This area at the base of Mount Sharp on Mars includes a pale outcrop, called "Pahrump Hills," that NASA's Curiosity Mars rover investigated from September 2014 to March 2015, and the "Artist's Drive" route toward higher layers of the mountain. (NASA/JPL-Caltech/Univ. of Arizona)

This area at the base of Mount Sharp on Mars includes a pale outcrop, called “Pahrump Hills,” that NASA’s Curiosity Mars rover investigated from September 2014 to March 2015, and the “Artist’s Drive” route toward higher layers of the mountain. (NASA/JPL-Caltech/Univ. of Arizona)

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NASA’s Mars Curiosity rover to begin using it’s arm again

 

Written by Guy Webster
NASA’s Jet Propulsion Laboratory

NASA - National Aeronautics and Space AdministrationPasadena, CA – Managers of NASA’s Curiosity Mars rover mission expect to approve resumption of rover arm movements as early as next week while continuing analysis of what appears to be an intermittent short circuit in the drill.

A fluctuation in current on February 27th triggered a fault-protection response that immediately halted action by the rover during the mission’s 911th Martian day, or sol.

Since then, the rover team has avoided driving Curiosity or moving the rover’s arm, while engineers have focused on diagnostic tests. Science observations with instruments on the rover’s mast have continued, along with environmental monitoring by its weather station.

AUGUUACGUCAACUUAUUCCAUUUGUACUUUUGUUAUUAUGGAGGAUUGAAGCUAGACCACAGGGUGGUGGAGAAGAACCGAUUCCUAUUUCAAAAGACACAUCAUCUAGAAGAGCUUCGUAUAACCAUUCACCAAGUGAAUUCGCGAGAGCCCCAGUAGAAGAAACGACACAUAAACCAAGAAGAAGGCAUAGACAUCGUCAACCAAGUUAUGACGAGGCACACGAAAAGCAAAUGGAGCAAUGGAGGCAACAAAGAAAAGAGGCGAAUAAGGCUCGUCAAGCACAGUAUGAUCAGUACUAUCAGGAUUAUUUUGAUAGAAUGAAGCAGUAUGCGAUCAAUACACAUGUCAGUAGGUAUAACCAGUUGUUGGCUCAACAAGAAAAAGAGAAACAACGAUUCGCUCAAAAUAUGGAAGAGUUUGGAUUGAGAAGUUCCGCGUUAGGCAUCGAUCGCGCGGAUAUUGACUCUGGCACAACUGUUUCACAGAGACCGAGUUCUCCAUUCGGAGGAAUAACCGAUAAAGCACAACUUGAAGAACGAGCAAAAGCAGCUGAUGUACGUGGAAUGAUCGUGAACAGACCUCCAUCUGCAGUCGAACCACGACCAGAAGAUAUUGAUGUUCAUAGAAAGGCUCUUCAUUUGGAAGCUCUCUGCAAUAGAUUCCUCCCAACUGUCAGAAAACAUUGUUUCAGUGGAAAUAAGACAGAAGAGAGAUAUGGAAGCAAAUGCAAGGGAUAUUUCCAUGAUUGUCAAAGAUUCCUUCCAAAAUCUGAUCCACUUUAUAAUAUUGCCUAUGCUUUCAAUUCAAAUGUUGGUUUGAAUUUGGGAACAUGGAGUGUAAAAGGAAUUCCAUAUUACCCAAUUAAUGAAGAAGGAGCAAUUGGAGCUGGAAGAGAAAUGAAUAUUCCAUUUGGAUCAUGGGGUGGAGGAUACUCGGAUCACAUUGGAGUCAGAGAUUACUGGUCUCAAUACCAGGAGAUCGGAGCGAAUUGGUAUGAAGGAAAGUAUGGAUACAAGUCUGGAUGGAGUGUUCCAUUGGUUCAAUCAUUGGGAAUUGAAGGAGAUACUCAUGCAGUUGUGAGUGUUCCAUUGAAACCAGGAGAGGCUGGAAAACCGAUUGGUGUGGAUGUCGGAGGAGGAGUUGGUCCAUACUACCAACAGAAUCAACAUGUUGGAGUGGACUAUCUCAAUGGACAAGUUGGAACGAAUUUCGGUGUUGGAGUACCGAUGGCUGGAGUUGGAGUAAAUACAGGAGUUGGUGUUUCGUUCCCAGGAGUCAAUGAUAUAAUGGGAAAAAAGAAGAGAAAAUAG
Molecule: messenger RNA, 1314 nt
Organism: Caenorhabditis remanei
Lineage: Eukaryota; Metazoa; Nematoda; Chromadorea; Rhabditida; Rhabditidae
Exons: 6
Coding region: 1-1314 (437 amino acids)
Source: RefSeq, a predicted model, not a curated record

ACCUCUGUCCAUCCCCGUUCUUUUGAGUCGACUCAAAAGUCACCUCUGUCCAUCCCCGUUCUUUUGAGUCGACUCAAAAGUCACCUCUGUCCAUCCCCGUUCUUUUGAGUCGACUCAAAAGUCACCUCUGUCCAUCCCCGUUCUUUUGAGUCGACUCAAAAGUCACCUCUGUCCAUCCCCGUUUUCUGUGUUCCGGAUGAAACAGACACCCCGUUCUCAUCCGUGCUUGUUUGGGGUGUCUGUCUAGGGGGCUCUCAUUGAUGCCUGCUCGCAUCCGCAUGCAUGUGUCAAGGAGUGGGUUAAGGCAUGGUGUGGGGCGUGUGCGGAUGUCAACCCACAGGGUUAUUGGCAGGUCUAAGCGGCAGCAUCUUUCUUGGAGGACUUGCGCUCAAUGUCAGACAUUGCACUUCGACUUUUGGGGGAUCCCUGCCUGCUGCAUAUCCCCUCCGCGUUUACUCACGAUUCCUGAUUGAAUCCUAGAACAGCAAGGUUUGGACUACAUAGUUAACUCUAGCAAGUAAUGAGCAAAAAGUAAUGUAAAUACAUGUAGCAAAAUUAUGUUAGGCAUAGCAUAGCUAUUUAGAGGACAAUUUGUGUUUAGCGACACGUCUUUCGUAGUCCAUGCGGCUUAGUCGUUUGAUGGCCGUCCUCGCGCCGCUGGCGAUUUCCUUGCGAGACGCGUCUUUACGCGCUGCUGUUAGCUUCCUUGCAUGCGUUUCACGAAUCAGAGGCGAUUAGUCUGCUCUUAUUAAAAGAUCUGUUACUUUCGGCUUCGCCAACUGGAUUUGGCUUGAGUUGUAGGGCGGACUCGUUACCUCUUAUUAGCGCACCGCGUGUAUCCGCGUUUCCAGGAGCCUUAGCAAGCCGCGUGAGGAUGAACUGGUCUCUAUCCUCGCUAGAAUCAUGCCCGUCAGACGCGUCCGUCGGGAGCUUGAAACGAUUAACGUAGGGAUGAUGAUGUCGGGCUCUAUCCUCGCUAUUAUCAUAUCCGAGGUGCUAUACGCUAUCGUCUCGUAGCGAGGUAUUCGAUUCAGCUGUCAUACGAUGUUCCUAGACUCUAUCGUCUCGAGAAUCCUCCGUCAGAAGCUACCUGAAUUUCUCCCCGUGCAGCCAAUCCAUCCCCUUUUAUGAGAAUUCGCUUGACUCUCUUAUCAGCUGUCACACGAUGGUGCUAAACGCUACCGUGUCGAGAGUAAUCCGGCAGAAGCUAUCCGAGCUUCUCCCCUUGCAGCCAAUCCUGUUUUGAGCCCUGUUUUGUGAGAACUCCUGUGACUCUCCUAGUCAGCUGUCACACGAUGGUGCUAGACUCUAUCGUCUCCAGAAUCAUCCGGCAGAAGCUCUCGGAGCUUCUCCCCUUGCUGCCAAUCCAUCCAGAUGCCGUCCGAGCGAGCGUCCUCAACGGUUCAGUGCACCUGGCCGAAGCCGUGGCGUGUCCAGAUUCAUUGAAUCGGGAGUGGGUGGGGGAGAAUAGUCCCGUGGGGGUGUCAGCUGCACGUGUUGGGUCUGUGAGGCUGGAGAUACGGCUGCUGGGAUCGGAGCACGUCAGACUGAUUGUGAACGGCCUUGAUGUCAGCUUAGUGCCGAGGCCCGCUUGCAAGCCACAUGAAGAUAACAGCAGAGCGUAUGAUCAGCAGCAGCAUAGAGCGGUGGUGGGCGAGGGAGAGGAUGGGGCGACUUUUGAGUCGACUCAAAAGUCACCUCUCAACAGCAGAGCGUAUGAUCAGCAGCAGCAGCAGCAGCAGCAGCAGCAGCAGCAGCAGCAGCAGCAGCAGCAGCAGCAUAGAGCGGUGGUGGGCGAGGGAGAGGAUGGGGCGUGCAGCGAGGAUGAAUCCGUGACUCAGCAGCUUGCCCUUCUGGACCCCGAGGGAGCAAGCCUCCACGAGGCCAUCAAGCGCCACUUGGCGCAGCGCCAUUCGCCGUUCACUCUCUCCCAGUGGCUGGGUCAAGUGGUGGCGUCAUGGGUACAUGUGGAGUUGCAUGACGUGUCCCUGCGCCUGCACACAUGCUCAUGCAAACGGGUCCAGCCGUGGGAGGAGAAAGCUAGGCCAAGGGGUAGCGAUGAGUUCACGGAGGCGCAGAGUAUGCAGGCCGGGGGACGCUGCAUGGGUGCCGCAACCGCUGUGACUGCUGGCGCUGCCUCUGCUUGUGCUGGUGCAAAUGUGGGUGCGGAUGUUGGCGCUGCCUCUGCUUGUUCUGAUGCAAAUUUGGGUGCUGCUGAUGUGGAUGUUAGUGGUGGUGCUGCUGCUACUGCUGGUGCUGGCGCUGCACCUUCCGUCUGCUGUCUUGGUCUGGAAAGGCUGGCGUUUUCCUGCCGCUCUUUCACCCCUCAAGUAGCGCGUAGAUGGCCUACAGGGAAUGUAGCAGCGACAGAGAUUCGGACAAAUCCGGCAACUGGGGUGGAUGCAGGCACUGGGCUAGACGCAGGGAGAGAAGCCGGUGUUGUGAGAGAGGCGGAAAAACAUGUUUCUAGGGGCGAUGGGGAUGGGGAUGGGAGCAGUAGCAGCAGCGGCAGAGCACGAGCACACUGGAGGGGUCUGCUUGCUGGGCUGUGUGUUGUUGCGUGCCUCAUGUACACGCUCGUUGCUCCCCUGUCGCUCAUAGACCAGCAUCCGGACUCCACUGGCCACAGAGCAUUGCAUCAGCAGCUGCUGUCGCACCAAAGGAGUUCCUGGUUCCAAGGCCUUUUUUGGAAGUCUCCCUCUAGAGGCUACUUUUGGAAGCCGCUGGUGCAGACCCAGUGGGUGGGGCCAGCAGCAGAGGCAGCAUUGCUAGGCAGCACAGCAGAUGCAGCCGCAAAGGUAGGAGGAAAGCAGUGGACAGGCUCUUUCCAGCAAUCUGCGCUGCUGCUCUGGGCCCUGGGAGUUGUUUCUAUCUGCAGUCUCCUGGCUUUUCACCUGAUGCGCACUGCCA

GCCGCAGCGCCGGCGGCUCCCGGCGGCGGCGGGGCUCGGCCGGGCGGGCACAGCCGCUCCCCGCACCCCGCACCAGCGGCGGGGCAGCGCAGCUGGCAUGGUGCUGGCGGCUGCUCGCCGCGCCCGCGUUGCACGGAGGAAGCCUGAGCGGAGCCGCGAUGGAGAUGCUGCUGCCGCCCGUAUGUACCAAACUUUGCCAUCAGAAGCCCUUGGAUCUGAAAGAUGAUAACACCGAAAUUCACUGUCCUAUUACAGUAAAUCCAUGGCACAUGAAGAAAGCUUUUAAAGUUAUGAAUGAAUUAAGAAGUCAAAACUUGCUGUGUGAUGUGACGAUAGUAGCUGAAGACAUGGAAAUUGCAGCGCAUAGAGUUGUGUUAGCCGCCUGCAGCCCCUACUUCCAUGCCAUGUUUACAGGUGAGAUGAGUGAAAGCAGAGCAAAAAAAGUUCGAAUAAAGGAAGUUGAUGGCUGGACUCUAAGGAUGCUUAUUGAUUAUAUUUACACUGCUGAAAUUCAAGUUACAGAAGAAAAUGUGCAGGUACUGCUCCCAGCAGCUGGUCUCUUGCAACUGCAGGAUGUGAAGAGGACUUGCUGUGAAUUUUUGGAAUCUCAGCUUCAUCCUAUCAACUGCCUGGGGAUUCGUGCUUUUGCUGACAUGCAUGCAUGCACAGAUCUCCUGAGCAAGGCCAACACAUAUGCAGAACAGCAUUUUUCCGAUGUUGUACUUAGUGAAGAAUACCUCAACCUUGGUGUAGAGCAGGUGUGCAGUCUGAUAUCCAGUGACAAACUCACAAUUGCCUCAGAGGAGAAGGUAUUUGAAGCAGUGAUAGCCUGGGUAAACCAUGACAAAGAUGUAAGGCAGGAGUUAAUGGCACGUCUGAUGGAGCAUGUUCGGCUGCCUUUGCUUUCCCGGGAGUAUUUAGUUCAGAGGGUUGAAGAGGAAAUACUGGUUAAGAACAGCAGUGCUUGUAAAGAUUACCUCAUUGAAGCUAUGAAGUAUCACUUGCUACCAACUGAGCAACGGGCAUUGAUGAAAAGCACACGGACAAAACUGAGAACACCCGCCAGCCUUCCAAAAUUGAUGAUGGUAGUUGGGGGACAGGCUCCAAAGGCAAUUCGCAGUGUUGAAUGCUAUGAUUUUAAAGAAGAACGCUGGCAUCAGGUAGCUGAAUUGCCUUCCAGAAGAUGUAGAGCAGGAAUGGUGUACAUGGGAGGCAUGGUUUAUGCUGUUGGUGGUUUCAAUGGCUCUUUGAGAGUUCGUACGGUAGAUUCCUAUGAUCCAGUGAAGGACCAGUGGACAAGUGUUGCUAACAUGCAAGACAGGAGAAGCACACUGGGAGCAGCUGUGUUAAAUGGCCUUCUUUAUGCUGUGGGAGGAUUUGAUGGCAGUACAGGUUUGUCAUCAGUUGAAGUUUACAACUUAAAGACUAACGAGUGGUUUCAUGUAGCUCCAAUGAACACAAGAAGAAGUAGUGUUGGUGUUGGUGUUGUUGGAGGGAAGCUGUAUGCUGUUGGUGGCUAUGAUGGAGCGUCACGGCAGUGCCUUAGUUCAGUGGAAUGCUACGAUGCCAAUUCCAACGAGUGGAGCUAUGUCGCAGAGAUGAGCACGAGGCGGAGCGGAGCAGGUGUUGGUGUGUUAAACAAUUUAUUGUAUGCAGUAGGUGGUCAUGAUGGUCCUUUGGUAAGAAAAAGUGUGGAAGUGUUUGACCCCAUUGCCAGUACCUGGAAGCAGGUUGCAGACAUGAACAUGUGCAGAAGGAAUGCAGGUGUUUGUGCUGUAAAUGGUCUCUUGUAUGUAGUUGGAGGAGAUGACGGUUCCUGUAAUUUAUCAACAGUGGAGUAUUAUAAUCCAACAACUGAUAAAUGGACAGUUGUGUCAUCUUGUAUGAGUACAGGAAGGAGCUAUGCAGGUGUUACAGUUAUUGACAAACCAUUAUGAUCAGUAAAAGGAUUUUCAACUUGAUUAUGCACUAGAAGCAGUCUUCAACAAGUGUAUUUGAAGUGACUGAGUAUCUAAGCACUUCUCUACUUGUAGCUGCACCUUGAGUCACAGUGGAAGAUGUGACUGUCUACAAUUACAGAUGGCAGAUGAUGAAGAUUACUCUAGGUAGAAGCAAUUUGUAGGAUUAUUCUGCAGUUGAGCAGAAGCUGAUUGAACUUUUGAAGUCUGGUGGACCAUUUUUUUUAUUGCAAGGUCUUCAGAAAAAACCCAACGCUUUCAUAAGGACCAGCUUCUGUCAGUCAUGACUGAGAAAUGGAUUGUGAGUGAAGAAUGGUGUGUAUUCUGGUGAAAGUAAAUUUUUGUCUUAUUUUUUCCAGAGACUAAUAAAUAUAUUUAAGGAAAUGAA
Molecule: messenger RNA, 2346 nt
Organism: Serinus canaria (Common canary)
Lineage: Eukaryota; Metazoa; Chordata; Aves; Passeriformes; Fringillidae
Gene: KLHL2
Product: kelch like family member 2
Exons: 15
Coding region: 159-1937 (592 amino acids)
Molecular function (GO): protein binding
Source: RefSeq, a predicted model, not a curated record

This March 4, 2015, image from the Navcam on NASA's Curiosity Mars rover shows the position in which the rover held its arm for several days after a transient short circuit triggered onboard fault-protection programming to halt arm activities on Feb. 27th. (NASA/JPL-Caltech/MSSS)

This March 4, 2015, image from the Navcam on NASA’s Curiosity Mars rover shows the position in which the rover held its arm for several days after a transient short circuit triggered onboard fault-protection programming to halt arm activities on Feb. 27th. (NASA/JPL-Caltech/MSSS)

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NASA’s Mars Curiosity Rover takes powder sample from rock at Telegraph Peak

 

Written by Guy Webster
NASA’ Jet Propulsion Laboratory

NASA - National Aeronautics and Space AdministrationPasadena, CA – NASA’s Curiosity Mars rover used its drill on Tuesday, February 24th to collect sample powder from inside a rock target called “Telegraph Peak.” The target sits in the upper portion of “Pahrump Hills,” an outcrop the mission has been investigating for five months.

The Pahrump Hills campaign previously drilled at two other sites. The outcrop is an exposure of bedrock that forms the basal layer of Mount Sharp. Curiosity’s extended mission, which began last year after a two-year prime mission, is examining layers of this mountain that are expected to hold records of how ancient wet environments on Mars evolved into drier environments.

This hole, with a diameter slightly smaller than a U.S. dime, was drilled by NASA's Curiosity Mars rover into a rock target called "Telegraph Peak." (NASA/JPL-Caltech/MSSS)

This hole, with a diameter slightly smaller than a U.S. dime, was drilled by NASA’s Curiosity Mars rover into a rock target called “Telegraph Peak.” (NASA/JPL-Caltech/MSSS)